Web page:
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Time we let go of flogging

Mark Boyce

Time we let go of flogging

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AS FAR AS I CAN TELL, nobody arguing against abolishing corporal punishment of children in Barbados has offered anything to support their views aside from anecdote. It might be useful to look at better evidence.

That evidence points almost uniformly in one direction. Virtually all the research of the past 30 years suggests that children who receive physical punishment like spanking are more at risk for aggressive and antisocial behaviour, psychological disorders and drug abuse, both as children and later in life.

Not a single peer-reviewed study in the two decades to 2012 found that corporal punishment is good for children’s mental development. Research shows that it isn’t even more effective than non-physical discipline as a short-term way to get children to comply. Basically all the available information tells us that hitting children to get them to do what we want is a bad idea.

Even so, many Barbadians are worried about getting rid of flogging. They point to the United States and the United Kingdom as examples of the moral decay that comes from sparing the rod.

One obvious problem with this kind of thinking is that the Americans and British don’t, in fact, spare the rod. Although corporal punishment is illegal in all British and some American schools, it isn’t illegal in the home, and is common in both countries. At least half of British and more than 80 per cent of American parents still report hitting their children. Attitudes to spanking in the southern US states especially are very similar to those in Barbados, and corporal punishment in schools is legal in most of the south.

In any case, even if it were true that no American child ever received a lash, it wouldn’t follow that that was to blame for high rates of US gun violence or serial killers like Ted Bundy. The people who try to draw a straight line linking lower levels of corporal punishment to higher levels of crime in some country or other, never cite any reputable research. And for good reason: there isn’t any. It’s worth pointing out that in 2010, the gun-related murder rate in the southern US states, where corporal punishment is more prevalent, was 30 per cent higher than in the rest of the country.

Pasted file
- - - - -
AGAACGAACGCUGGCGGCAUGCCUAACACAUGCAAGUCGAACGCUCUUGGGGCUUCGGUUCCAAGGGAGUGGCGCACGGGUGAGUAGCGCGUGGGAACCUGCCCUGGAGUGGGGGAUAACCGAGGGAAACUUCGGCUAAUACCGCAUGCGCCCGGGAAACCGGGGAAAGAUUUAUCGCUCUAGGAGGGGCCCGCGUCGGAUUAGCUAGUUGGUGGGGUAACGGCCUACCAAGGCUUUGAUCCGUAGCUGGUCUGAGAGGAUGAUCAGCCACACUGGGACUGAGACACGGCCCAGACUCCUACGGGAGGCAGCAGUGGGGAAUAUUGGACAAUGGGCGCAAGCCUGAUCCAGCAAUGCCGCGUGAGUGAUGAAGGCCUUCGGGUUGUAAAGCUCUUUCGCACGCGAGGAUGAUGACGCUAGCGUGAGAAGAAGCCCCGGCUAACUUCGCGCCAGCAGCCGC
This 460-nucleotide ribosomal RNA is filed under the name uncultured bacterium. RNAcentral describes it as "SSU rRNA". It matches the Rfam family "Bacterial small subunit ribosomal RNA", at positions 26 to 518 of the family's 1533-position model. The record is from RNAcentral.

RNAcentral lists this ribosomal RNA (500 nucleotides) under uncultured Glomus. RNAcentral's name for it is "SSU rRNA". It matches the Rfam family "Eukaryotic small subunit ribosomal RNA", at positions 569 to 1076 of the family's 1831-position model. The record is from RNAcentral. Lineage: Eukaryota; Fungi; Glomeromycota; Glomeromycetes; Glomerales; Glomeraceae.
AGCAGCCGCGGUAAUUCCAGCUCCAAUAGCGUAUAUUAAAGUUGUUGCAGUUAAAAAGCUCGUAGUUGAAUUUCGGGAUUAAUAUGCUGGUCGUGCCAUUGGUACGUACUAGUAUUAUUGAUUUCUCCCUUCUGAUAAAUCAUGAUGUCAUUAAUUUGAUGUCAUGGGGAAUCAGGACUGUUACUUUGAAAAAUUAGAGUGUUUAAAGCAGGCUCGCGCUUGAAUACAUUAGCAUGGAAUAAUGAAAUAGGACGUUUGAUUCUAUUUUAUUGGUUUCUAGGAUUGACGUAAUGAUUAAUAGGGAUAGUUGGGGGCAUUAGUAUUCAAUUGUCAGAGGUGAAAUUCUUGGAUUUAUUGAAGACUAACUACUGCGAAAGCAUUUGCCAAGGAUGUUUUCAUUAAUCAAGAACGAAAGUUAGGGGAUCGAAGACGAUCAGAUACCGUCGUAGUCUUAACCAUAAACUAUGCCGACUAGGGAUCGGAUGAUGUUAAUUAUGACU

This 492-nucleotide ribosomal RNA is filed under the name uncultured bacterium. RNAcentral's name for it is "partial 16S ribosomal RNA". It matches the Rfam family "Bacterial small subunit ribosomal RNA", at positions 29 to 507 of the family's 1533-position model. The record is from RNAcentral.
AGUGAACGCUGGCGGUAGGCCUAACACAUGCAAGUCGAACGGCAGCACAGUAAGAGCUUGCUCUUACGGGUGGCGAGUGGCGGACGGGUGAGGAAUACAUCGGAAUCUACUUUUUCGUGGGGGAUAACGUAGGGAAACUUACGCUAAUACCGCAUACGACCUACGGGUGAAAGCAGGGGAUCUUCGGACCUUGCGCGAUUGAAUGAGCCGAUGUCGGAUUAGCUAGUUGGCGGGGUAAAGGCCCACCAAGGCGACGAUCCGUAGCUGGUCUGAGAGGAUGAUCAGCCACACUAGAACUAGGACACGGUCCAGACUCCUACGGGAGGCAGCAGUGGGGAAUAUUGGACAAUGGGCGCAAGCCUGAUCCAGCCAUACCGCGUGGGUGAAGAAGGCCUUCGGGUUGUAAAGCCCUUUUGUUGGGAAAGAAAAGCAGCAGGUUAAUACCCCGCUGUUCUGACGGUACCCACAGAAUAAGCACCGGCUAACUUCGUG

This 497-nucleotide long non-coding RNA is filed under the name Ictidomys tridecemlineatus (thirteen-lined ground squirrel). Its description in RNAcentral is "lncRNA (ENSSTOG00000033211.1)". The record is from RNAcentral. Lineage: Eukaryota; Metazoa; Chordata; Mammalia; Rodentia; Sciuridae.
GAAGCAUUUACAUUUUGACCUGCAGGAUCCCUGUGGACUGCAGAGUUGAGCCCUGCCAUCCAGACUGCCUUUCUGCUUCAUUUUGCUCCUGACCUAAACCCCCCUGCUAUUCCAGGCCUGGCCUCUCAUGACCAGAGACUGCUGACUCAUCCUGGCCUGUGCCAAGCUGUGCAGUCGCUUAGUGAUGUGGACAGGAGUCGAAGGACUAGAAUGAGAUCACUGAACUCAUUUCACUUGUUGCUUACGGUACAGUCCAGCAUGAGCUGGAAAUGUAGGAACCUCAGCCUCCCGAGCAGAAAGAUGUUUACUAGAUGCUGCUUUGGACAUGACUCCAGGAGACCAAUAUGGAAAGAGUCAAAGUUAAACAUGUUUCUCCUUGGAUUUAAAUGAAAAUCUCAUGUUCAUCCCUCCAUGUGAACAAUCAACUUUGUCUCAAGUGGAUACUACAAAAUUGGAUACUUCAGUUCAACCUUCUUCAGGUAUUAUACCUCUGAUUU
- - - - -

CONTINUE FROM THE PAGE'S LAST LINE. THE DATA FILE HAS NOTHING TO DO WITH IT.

But the biggest problem with the argument is the inconvenient existence of countries like Sweden. In 1979, it became the first country in the world to abolish corporal punishment of children entirely (both at home and in schools), and Swedish children don’t seem to be running amok. In fact, rates of theft, narcotics trafficking, rape, murder, suicide, alcohol consumption and drug use among Swedish youths all declined or remained steady in the 20 years following the ban, according to a study. Sweden is also consistently among the world leaders in human development. So clearly, it’s possible to stop hitting children without the sky falling.

That doesn’t mean that getting rid of corporal punishment will be easy. Even with a change of law, understanding, teaching, implementing and enforcing non-physical discipline throughout Barbadian schools and homes will take time and money. There will be many teachers and parents who will remain stuck in their old ways. Without counselling, there may well be some teenagers that, after years of indiscipline (and blows), are beyond the reach of reason. These children are probably beyond the reach of the strap too.

But the proof that it can be done is that it has been done. Of the 37 economies that the International Monetary Fund describes as “advanced”, 32 have abolished corporal punishment in schools, and more than half have banned it altogether. All of these countries learned to rely solely on other methods.

It’s time we reject the idea that we have to beat our children, as a last resort or otherwise.

Mark Boyce